Cisse vs Muhammad at Rio 2016: The two sides of a golden story
The phrase “one man’s loss is another man’s gain” could not be more apt than in the case of Cheick Sallah Cisse.
The 23-year-old Ivorian broke hearts across Great Britain when he snatched victory from Lutalo Muhammad in the last second of the men’s -80kg taekwondo Olympic final.
It was the Ivory Coast’s first Olympic gold and he has, since Rio, become a national hero.
He has been gifted a new house and a 50 million CFA franc (£65,400) cash bonus.
Lutalo Muhammad was visibly distraught after the final – “I was so close to becoming Olympic champion and making my dream”
Not bad for an athlete who only has access to poor facilities and finds it hard to raise funds to meet his training costs.
Cisse insists, however, his celebrity status won’t distract him from his taekwondo title defence in Tokyo in 2020.
“People look at me differently now, I’ve become a national symbol. I can’t walk in the street without being recognised, I’m a star,” he told AFP.
“People approach you, they congratulate you, it’s nice, touching, all this gives me strength to achieve even more.”
Cheick Sallah Cisse
Cisse was given a hero’s welcome on his arrival into Abidjan
Cisse, who stunned third seed Muhammad with a four-point score right at the death to win 8-6, was honoured by Ivorian president Alassane Ouattara on his return home.
He took the opportunity to ask for an improvement in conditions and coaching for athletes.
“We were supported. The Government did what it could. But we need new laws passed so that athletes can live off their sports,” pleaded Cisse.
His request was heard and Ouattara promised to examine what could be done.
Cisse meets Ivorian president Alassane Ouattara
Cisse and the Ivorian Olympic team were invited to the Presidential palace upon their return, where they met Alassane Ouattara
“We have talented boys and girls in taekwondo. We have to help them,” insisted Cisse.
“I want to tell my little brothers to believe in their dreams. I’ve gone from nothing to become someone, without any help.
The other side of the story: Lutalo Muhammad
In an Olympic Games packed full of emotion perhaps the defining tear-jerking moment was the sight of a distraught Lutalo Muhammad sobbing and apologising to his nation after missing out on a gold medal in heartbreaking circumstances.
The taekwondo silver medallist was leading with one second to go in Rio when his opponent Cheick Sallah landed a kick to the head, robbing him of the title.
A stunned Muhammad described it as “the worst moment” of his life at the time but insists the public have really picked him up.
“The last few weeks have been amazing,” he said. “To lose an Olympic gold medal like that was devastating but to receive this support is just wonderful.
“People have been coming up to me in the street, hugging me. I almost got run over the other day when someone ran over to say hello.
“I stand by what I said – it was the worst moment of my life, losing an Olympic gold medal in the last second – but I’m still very proud of what I achieved.”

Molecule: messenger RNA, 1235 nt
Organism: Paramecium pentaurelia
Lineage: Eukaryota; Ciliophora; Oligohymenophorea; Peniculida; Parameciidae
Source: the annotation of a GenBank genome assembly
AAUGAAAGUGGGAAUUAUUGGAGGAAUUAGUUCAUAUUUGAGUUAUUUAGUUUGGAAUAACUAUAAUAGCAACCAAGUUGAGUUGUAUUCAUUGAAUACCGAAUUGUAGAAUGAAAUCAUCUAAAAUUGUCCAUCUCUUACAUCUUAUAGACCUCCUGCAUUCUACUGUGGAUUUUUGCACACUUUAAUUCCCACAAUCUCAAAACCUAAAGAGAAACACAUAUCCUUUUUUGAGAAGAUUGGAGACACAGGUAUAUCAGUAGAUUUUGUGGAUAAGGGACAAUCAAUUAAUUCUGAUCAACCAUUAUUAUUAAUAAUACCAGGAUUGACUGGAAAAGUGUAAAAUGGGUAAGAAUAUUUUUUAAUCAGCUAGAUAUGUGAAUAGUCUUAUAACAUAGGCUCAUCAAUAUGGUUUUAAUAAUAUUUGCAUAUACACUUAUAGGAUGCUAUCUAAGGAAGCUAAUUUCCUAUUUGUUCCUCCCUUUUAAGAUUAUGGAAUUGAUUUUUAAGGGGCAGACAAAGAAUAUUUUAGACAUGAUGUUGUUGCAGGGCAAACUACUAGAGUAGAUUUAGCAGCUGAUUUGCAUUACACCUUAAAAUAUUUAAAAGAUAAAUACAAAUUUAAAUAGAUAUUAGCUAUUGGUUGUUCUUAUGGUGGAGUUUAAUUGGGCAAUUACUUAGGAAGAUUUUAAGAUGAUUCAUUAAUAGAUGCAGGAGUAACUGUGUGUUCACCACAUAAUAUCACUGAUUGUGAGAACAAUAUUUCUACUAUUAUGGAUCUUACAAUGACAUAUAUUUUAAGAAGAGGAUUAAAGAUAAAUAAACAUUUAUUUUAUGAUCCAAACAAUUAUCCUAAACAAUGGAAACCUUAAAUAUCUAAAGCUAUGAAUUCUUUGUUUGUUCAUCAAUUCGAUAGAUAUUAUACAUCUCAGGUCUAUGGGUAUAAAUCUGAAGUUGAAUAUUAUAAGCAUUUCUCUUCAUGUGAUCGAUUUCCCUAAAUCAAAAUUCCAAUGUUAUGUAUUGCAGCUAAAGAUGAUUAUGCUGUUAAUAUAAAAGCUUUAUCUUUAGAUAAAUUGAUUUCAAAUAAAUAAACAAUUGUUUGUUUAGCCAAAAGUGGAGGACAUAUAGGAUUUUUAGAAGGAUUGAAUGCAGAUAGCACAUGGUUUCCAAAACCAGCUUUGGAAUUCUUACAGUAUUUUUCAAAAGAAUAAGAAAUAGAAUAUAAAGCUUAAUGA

Although not competing, Muhammad and his “best selfie face” will be cheering on compatriots in the British National Championships tomorrow.
More than 800 competitors of all ages and abilities are expected to compete at the Copper Box Arena in London on Saturday and Sunday, while lucky spectators may get the chance to meet Muhammad.
The 25-year-old is now the most successful British male athlete in taekwondo history, having won a bronze medal in his 80kg class in London four years ago.
He was first introduced to the sport by dad Wayne, a martial arts coach, and has been hooked ever since. “When I was nine I remember him showing me taekwondo on the TV at the Olympics and he said ‘That could be you one day’.
“Before that final I was thinking back to first seeing it on the TV and it really is an amazing feeling to have reached a point you’ve dreamed about your whole life.
“The only sad thing is I’ve got to wait another four years before the next one, but I’m going to make sure bring back that gold medal.
“Time is on my side though, I’ll still got lots of juice left for Tokyo and maybe even for 2024 as well – they should call me the juice man because I’ve got plenty.”
Passionate about his sport, the two-time British champion has launched a scathing attack on Olympic bosses, calling on the International Olympic Committee (IOC) to allow bigger taekwondo teams.
Currently only two athletes from each country are allowed to compete across four different weight categories, but Muhammad insists every category should have at least one entrant.
“We won a gold, silver and a bronze [in Rio],” he added. “The boxers won the same with a squad of 14, we did it with four.
“Taekwondo can be one of the most successful sport for Great Britain – we could be right up there with the likes of cycling and rowing.
“We’ve got world-class athletes but we need to have more opportunities for them to grow our sport.
“Taekwondo became an Olympic sport in 2000 and we’re still only able to send four people – it’s not fair, it’s not right and it needs changing for Tokyo.”